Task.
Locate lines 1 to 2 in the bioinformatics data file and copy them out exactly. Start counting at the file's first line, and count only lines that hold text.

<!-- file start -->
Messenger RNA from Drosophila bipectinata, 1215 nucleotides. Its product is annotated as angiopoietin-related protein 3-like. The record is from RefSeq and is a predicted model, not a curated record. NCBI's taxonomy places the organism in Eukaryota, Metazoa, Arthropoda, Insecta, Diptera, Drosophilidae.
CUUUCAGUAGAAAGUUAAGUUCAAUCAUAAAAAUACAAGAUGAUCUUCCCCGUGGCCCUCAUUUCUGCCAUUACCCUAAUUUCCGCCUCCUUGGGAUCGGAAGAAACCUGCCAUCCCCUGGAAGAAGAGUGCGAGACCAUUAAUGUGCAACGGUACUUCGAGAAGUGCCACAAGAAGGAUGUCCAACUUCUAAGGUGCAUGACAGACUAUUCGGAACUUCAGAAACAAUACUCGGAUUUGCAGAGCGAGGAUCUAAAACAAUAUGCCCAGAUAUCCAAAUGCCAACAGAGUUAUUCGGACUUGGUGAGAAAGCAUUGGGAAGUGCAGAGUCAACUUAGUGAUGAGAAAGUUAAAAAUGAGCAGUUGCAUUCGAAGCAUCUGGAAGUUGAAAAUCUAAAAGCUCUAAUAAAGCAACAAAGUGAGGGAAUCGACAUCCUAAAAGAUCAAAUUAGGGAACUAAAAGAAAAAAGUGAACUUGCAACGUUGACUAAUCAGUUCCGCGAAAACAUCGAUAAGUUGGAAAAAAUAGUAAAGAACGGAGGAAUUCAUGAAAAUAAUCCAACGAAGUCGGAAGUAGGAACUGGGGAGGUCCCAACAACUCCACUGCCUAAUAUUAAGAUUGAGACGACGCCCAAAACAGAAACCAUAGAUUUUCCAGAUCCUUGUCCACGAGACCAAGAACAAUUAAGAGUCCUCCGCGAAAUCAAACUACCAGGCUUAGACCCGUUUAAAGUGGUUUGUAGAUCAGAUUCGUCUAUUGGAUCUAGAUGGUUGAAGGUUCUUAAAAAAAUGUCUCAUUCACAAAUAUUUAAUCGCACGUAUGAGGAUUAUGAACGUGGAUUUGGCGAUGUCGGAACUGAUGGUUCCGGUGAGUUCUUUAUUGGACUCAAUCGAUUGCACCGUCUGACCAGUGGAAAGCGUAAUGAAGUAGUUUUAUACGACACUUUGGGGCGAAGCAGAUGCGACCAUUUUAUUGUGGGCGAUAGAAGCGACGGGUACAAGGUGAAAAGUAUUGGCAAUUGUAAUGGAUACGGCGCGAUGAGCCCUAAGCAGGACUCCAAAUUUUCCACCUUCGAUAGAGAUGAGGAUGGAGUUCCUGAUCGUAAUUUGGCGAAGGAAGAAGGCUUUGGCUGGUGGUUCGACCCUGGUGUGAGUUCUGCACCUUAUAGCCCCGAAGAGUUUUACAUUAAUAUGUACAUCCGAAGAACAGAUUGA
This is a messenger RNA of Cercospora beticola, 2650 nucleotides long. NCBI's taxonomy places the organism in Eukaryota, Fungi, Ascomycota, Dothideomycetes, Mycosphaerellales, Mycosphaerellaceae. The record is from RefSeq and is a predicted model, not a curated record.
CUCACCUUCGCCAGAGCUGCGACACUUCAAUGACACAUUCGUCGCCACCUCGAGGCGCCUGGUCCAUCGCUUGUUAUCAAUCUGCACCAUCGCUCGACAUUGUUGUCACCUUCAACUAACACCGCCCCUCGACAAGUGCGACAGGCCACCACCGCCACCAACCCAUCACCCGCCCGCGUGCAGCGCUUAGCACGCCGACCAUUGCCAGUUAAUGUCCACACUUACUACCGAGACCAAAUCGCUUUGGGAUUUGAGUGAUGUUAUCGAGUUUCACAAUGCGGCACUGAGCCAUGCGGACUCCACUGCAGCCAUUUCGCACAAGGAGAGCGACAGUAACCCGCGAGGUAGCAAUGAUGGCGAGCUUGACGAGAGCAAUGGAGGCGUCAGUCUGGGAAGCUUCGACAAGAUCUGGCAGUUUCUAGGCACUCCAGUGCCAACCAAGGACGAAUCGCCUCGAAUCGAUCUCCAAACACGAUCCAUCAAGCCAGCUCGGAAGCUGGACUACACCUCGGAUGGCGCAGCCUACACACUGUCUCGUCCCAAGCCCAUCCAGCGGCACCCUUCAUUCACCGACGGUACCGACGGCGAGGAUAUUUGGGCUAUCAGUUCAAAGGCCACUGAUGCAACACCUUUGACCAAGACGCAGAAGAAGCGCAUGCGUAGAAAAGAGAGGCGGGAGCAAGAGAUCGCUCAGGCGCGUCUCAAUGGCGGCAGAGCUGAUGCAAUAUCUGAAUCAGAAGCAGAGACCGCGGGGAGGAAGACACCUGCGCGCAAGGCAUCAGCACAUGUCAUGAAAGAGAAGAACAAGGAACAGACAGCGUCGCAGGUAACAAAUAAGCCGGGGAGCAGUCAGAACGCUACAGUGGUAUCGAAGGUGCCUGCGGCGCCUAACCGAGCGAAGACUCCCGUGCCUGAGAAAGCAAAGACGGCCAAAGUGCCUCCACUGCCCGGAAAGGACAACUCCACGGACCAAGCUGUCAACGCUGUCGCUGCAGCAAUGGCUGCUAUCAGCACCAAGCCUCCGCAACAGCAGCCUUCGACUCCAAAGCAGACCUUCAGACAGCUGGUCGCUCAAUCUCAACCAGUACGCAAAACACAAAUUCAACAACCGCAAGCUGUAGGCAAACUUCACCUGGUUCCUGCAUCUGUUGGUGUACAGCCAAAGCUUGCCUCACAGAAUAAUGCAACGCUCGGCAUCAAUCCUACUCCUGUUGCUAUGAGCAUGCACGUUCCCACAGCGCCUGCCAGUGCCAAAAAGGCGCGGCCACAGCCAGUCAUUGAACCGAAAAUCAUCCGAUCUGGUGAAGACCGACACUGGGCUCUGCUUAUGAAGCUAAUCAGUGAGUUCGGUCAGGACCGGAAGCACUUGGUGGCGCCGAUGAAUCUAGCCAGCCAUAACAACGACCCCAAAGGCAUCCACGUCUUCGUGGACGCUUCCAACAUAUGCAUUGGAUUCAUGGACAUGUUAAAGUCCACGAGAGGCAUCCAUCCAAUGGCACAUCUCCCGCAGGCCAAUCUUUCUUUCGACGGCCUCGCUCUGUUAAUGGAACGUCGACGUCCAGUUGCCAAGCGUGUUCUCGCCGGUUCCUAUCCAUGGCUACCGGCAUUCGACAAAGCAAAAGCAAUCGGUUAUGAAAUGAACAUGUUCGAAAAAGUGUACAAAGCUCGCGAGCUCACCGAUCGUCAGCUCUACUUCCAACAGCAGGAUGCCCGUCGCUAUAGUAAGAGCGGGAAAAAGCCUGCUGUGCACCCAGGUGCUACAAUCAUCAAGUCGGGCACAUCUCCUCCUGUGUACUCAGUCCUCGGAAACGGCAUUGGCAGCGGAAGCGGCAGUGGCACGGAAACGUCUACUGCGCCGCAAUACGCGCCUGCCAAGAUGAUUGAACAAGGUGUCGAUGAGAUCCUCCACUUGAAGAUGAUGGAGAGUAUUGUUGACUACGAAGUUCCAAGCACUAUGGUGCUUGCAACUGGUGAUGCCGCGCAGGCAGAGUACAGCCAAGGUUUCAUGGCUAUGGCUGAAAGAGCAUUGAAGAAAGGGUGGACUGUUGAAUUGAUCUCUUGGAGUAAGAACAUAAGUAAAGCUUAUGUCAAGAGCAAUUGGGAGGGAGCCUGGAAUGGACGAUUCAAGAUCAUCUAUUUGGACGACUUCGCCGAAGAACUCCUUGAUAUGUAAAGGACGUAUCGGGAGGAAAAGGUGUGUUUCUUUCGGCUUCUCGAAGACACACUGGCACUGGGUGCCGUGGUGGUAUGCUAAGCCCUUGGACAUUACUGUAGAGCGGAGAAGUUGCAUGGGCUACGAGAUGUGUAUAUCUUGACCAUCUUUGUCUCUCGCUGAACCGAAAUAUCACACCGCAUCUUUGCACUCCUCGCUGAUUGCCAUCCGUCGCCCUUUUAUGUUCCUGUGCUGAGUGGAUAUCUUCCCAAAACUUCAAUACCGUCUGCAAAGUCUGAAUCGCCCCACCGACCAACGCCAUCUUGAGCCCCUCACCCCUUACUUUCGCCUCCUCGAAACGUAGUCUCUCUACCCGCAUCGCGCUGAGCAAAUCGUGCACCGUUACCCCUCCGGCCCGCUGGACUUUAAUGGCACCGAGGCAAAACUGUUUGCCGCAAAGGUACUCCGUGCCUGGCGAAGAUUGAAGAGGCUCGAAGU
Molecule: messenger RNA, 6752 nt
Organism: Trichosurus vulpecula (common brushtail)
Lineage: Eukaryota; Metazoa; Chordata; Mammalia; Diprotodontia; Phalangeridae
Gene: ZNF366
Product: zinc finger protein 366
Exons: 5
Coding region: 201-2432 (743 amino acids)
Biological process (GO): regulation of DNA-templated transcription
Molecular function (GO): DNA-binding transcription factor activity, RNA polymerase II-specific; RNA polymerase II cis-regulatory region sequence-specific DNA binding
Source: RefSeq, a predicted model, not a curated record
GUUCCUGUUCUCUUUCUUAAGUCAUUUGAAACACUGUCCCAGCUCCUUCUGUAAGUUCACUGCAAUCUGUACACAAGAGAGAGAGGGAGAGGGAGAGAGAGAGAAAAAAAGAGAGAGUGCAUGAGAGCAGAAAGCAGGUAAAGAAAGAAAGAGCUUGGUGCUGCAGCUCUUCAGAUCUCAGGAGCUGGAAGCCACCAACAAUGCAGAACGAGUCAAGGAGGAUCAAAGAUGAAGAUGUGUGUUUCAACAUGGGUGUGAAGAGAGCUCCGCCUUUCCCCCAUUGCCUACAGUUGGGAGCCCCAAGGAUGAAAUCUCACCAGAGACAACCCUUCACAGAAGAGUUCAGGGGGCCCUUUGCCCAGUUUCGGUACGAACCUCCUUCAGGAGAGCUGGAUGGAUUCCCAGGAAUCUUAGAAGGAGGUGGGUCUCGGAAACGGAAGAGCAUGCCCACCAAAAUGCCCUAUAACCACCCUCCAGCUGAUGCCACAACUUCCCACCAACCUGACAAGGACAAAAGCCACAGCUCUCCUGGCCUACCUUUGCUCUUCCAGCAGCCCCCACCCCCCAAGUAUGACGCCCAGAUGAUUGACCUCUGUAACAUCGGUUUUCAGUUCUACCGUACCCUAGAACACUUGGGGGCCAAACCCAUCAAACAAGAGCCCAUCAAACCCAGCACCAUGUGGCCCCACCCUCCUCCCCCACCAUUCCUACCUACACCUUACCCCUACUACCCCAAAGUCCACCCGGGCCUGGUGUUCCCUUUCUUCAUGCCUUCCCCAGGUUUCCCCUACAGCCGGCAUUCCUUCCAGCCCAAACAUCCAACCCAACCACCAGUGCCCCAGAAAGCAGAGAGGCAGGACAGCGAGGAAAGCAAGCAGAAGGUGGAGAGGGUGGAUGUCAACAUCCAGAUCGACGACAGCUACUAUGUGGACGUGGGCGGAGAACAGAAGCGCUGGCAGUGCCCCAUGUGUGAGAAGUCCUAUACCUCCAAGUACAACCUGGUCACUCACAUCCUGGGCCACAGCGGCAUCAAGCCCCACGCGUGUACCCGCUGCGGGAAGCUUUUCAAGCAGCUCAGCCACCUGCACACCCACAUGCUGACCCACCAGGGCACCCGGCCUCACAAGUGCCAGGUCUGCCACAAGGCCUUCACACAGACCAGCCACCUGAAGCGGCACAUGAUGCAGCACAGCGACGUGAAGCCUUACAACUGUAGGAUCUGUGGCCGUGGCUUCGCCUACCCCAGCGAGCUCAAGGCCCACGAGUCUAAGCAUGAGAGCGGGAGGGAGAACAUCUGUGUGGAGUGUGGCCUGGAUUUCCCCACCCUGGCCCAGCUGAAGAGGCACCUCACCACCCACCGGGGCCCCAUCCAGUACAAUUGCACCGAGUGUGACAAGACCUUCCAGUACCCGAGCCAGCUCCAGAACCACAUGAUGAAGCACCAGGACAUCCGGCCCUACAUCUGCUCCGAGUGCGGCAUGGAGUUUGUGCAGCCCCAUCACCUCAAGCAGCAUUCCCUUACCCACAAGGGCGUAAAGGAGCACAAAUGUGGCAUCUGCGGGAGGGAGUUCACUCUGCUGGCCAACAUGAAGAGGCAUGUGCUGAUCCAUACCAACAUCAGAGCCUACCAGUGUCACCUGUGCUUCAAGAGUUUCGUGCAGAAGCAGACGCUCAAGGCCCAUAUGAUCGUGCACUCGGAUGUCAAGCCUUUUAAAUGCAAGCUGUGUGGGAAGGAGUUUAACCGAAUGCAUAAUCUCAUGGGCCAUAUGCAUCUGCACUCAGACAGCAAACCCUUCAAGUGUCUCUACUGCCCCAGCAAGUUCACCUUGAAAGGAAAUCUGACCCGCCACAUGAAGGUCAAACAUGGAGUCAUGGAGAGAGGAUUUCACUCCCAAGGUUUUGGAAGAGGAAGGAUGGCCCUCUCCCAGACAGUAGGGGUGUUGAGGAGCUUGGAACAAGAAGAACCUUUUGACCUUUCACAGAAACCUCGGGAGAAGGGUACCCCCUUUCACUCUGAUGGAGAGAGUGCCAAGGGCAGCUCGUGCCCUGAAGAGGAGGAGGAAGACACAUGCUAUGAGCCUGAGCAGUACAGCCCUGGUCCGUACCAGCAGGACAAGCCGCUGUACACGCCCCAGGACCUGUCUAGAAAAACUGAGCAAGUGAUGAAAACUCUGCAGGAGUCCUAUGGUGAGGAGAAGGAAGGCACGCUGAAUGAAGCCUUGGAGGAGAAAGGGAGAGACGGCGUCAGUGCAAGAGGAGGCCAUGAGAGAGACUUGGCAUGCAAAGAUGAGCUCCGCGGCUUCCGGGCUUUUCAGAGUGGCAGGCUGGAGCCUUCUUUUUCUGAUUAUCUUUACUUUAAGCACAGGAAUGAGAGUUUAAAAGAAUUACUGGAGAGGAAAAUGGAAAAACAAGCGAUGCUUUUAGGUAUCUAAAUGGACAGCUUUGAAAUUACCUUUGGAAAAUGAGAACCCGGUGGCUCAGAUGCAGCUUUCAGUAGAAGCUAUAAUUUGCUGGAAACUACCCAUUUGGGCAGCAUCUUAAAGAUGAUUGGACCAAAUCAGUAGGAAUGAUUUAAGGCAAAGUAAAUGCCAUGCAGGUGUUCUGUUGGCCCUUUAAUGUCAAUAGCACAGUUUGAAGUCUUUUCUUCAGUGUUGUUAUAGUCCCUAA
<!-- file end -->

Messenger RNA from Drosophila bipectinata, 1215 nucleotides. Its product is annotated as angiopoietin-related protein 3-like. The record is from RefSeq and is a predicted model, not a curated record. NCBI's taxonomy places the organism in Eukaryota, Metazoa, Arthropoda, Insecta, Diptera, Drosophilidae.
CUUUCAGUAGAAAGUUAAGUUCAAUCAUAAAAAUACAAGAUGAUCUUCCCCGUGGCCCUCAUUUCUGCCAUUACCCUAAUUUCCGCCUCCUUGGGAUCGGAAGAAACCUGCCAUCCCCUGGAAGAAGAGUGCGAGACCAUUAAUGUGCAACGGUACUUCGAGAAGUGCCACAAGAAGGAUGUCCAACUUCUAAGGUGCAUGACAGACUAUUCGGAACUUCAGAAACAAUACUCGGAUUUGCAGAGCGAGGAUCUAAAACAAUAUGCCCAGAUAUCCAAAUGCCAACAGAGUUAUUCGGACUUGGUGAGAAAGCAUUGGGAAGUGCAGAGUCAACUUAGUGAUGAGAAAGUUAAAAAUGAGCAGUUGCAUUCGAAGCAUCUGGAAGUUGAAAAUCUAAAAGCUCUAAUAAAGCAACAAAGUGAGGGAAUCGACAUCCUAAAAGAUCAAAUUAGGGAACUAAAAGAAAAAAGUGAACUUGCAACGUUGACUAAUCAGUUCCGCGAAAACAUCGAUAAGUUGGAAAAAAUAGUAAAGAACGGAGGAAUUCAUGAAAAUAAUCCAACGAAGUCGGAAGUAGGAACUGGGGAGGUCCCAACAACUCCACUGCCUAAUAUUAAGAUUGAGACGACGCCCAAAACAGAAACCAUAGAUUUUCCAGAUCCUUGUCCACGAGACCAAGAACAAUUAAGAGUCCUCCGCGAAAUCAAACUACCAGGCUUAGACCCGUUUAAAGUGGUUUGUAGAUCAGAUUCGUCUAUUGGAUCUAGAUGGUUGAAGGUUCUUAAAAAAAUGUCUCAUUCACAAAUAUUUAAUCGCACGUAUGAGGAUUAUGAACGUGGAUUUGGCGAUGUCGGAACUGAUGGUUCCGGUGAGUUCUUUAUUGGACUCAAUCGAUUGCACCGUCUGACCAGUGGAAAGCGUAAUGAAGUAGUUUUAUACGACACUUUGGGGCGAAGCAGAUGCGACCAUUUUAUUGUGGGCGAUAGAAGCGACGGGUACAAGGUGAAAAGUAUUGGCAAUUGUAAUGGAUACGGCGCGAUGAGCCCUAAGCAGGACUCCAAAUUUUCCACCUUCGAUAGAGAUGAGGAUGGAGUUCCUGAUCGUAAUUUGGCGAAGGAAGAAGGCUUUGGCUGGUGGUUCGACCCUGGUGUGAGUUCUGCACCUUAUAGCCCCGAAGAGUUUUACAUUAAUAUGUACAUCCGAAGAACAGAUUGA